Executive Briefings

Smart Manufacturing and the Factory of the Future

Companies are driving "smart manufacturing" through the use of data, automation and a more intensive approach to analytics. Simon Jacobson, vice president with Gartner, explains how this trend will impact the way in which product is made in the future -- and what role human beings will play.

"Smart manufacturing" is an umbrella term that encompasses a range of developments, including the use of advanced technologies, the internet of things and the application of analytics to make manufacturing more productive and responsive, says Jacobson. It's not accurate to call it a revolution, though. "It's more of an evolution. It’s the next level of cost and productivity gains."

The concept is nevertheless a new one. In the past, Jacobson says, plants have had connected devices, but they were largely internal in nature – an "intranet of things." Manufacturers today are just realizing how to make the best use of data, 70 percent of which is generated during production and never gets outside the plant.

Those techniques are critical in today's manufacturing environment, which is characterized by a substantial amount of localized production in support of more varied product mixes, and an overall increase in complexity. Producers are "trying to do more with less," says Jacobson, as they labor to be more creative with their factory setups.

In some cases, machine learning can be of help, with automation deployed to avoid "process drift," and to draw on customer feedback in order to improve product and process quality. The challenge, says Jacobson, lies in making real-time use of that critical data.

In the age of Big Data, many companies find themselves inundated with information, and the difficulty of ascertaining what's relevant. But factories have always produced large volumes of data, Jacobson says, even if much of that was in the form of "dark data" that went undetected and therefore unmined.

The promise of big data becomes a reality once a factory is connected with the larger supply chain, ensuring tight relationships between product performance and manufacturing, Jacobson says.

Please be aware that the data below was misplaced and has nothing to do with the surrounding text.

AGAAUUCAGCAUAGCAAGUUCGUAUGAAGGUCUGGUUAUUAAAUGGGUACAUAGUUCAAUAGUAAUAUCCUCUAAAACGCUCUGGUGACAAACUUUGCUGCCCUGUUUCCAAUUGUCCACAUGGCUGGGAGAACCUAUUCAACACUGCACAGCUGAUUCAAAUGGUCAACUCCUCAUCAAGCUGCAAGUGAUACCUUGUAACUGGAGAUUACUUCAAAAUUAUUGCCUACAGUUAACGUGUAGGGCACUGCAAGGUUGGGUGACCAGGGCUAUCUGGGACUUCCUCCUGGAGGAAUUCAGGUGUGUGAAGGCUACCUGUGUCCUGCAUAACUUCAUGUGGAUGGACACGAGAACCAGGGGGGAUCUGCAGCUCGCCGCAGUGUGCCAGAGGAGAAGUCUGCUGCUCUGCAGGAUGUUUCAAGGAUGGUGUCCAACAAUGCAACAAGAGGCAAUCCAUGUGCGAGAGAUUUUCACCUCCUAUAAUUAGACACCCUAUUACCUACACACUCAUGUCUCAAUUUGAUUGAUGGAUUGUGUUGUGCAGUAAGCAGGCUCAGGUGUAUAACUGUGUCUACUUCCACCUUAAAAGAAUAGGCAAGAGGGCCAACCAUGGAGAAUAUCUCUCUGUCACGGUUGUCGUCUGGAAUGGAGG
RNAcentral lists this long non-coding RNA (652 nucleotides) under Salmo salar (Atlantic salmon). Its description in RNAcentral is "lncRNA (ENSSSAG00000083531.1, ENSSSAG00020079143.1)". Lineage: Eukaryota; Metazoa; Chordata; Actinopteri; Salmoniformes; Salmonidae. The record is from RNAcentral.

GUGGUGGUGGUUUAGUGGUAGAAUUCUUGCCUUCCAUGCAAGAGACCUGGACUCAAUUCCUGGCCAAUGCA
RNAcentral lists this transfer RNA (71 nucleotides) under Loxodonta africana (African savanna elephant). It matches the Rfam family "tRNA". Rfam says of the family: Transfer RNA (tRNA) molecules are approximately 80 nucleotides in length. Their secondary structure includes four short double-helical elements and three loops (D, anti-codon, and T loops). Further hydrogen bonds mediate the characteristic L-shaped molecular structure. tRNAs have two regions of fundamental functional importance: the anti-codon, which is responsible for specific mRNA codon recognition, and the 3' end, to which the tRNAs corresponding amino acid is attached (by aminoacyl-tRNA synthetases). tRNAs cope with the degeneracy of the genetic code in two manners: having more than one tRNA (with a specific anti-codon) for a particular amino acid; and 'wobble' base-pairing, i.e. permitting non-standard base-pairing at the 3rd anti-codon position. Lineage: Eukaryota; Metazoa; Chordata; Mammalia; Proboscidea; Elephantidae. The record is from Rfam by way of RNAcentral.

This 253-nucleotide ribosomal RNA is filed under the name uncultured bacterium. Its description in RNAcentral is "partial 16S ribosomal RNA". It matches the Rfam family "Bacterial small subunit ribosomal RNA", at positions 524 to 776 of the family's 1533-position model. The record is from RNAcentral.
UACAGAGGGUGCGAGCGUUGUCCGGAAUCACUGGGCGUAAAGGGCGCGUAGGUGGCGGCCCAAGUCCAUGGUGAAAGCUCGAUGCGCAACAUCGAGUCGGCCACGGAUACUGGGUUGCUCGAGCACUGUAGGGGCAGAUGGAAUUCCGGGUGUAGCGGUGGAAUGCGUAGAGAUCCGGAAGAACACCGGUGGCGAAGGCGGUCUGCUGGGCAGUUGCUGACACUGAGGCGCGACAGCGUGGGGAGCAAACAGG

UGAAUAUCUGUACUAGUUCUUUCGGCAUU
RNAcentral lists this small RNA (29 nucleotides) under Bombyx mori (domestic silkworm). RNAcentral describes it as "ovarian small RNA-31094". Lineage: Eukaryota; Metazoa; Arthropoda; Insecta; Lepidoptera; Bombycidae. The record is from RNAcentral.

To view the video in its entirety, click here

"Smart manufacturing" is an umbrella term that encompasses a range of developments, including the use of advanced technologies, the internet of things and the application of analytics to make manufacturing more productive and responsive, says Jacobson. It's not accurate to call it a revolution, though. "It's more of an evolution. It’s the next level of cost and productivity gains."

The concept is nevertheless a new one. In the past, Jacobson says, plants have had connected devices, but they were largely internal in nature – an "intranet of things." Manufacturers today are just realizing how to make the best use of data, 70 percent of which is generated during production and never gets outside the plant.

Those techniques are critical in today's manufacturing environment, which is characterized by a substantial amount of localized production in support of more varied product mixes, and an overall increase in complexity. Producers are "trying to do more with less," says Jacobson, as they labor to be more creative with their factory setups.

In some cases, machine learning can be of help, with automation deployed to avoid "process drift," and to draw on customer feedback in order to improve product and process quality. The challenge, says Jacobson, lies in making real-time use of that critical data.

In the age of Big Data, many companies find themselves inundated with information, and the difficulty of ascertaining what's relevant. But factories have always produced large volumes of data, Jacobson says, even if much of that was in the form of "dark data" that went undetected and therefore unmined.

The promise of big data becomes a reality once a factory is connected with the larger supply chain, ensuring tight relationships between product performance and manufacturing, Jacobson says.

To view the video in its entirety, click here